The latest Jan. 6 proceedings are similar, but in this instance the committee is serving as a sort of investigative agency on its own, using its power to hold hearings and compel documents and testimony to uncover evidence.

From there, the committee is merely forwarding its compiled evidence, similar to how the FBI would, to federal prosecutors. 

It’s now up to the DOJ and its leader, Attorney General Merrick Garland, to decide whether to actually pursue in court the charges outlined in the committee’s report.

The DOJ has also been conducting its own separate investigation into the Jan. 6 attacks. The committee’s report could provide new evidence towards that investigation. It could also mount political pressure on the department to pursue charges. So while the referral carries significant weight, legally speaking, it doesn’t have any more authority than a request would from an ordinary citizen.

“The normal mantra you hear [from] prosecutors is: we'll pursue any case where the facts and the laws support it. Here you have a bunch of legislators putting together a package saying here are the facts and here's the law,” said Richman. “That doesn't mean that there is a necessity for prosecutors to pursue this case, and I'm not sure whether it radically will change their decision-making. But they'll think, I suspect, long and hard about walking away from a case to the extent that a very clear, powerful picture of criminality has been assembled by the committee.”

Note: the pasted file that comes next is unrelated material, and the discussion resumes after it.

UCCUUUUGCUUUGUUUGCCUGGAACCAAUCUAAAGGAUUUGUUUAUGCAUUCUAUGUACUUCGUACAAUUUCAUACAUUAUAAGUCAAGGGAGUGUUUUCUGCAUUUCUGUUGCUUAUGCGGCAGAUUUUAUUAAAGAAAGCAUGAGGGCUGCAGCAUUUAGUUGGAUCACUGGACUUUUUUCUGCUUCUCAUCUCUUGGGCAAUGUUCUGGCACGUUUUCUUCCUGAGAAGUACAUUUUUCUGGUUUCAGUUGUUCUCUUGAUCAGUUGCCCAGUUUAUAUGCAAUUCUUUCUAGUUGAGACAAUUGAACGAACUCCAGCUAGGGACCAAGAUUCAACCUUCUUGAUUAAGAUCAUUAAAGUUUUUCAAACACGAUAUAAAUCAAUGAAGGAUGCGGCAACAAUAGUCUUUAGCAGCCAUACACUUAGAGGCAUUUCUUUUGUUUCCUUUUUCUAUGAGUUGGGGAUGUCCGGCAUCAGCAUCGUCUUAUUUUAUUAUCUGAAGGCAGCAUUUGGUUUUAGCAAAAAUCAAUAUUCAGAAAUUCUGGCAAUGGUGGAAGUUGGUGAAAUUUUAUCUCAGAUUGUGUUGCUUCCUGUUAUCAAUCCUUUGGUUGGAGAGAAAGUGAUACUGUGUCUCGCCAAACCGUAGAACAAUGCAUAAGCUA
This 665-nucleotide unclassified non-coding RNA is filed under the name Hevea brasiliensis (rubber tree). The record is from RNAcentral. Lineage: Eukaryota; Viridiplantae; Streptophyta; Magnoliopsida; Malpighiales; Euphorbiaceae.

Contempt of Congress

Congress has never before referred criminal charges against a former president, but it has referred criminal charges against others, including other members of the executive branch.

Most commonly, these referrals are for contempt of Congress –  a crime in which someone interferes with Congress by, for instance, refusing to testify or provide documents.

Even in these instances, it’s ultimately up to the Department of Justice to decide whether to prosecute. And they often don’t

It’s happened before that Congress ordered the Sergeant-at-Arms to physically detain a person until they agreed to testify in a hearing, but that process has not been used in nearly a century.

FTX investigation

The question of Congress’s authority to pursue criminal charges arose again recently in the case of Sam Bankman-Fried, the founder of the collapsed cryptocurrency exchange FTX, who has been accused of fraud.

The Department of Justice has already filed eight charges against Bankman-Fried. He was subsequently arrested in the Bahamas, and is awaiting extradition to the U.S. to face those charges.

One viral tweet claimed that on the day of his arrest, Bankman-Fried “was meant to testify under oath before Congress… who would then charge him with a crime.”

While Bankman-Fried was scheduled to testify before a House committee, Congress is still not legally capable of charging anyone with a crime. They could only recommend criminal charges to the DOJ, which has already filed such charges.